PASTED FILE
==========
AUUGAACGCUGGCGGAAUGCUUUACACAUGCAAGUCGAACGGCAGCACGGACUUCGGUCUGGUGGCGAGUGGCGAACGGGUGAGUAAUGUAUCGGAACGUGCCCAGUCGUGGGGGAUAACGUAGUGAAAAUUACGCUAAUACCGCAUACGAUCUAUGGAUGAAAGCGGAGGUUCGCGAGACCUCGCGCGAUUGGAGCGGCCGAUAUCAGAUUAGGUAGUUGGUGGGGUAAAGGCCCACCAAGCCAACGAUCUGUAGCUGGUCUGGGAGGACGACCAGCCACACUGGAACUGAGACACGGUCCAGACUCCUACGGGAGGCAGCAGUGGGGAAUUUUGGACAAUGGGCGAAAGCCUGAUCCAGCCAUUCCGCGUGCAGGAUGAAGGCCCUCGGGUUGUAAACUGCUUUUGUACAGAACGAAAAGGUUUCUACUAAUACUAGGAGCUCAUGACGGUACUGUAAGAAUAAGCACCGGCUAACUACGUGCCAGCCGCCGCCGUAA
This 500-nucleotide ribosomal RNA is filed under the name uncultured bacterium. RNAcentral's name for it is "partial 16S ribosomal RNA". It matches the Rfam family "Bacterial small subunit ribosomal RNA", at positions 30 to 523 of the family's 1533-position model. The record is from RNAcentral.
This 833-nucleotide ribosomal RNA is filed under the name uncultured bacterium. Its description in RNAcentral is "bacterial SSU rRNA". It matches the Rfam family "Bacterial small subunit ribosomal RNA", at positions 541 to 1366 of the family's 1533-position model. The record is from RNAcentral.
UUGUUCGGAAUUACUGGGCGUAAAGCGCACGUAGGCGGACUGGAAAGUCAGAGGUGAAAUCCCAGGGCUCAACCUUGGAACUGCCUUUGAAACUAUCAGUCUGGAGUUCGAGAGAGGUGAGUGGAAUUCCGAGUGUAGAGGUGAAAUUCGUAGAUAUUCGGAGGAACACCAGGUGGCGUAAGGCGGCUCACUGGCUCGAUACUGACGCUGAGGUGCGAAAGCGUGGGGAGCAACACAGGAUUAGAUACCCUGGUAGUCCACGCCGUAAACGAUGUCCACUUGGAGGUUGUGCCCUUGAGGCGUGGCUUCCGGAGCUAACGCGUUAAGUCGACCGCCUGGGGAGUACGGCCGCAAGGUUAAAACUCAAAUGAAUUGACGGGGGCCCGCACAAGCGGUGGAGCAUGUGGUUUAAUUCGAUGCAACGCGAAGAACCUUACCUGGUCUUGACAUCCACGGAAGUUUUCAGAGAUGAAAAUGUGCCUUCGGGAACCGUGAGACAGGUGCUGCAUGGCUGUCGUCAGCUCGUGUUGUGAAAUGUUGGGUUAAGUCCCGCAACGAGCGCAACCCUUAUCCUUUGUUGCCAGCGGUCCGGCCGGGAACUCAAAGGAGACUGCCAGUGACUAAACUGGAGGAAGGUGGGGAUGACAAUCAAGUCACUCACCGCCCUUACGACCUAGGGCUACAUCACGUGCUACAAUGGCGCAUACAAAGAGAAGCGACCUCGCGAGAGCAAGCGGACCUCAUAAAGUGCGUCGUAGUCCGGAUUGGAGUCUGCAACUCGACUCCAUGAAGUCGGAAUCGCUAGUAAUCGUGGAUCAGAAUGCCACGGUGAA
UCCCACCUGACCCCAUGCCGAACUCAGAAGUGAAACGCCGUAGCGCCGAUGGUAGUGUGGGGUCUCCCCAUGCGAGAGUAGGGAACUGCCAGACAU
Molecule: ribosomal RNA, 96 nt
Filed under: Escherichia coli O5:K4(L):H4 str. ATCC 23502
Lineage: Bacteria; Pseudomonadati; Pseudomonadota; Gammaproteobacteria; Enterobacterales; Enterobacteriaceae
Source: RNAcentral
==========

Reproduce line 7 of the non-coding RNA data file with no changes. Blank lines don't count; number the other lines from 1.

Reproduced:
Filed under: Escherichia coli O5:K4(L):H4 str. ATCC 23502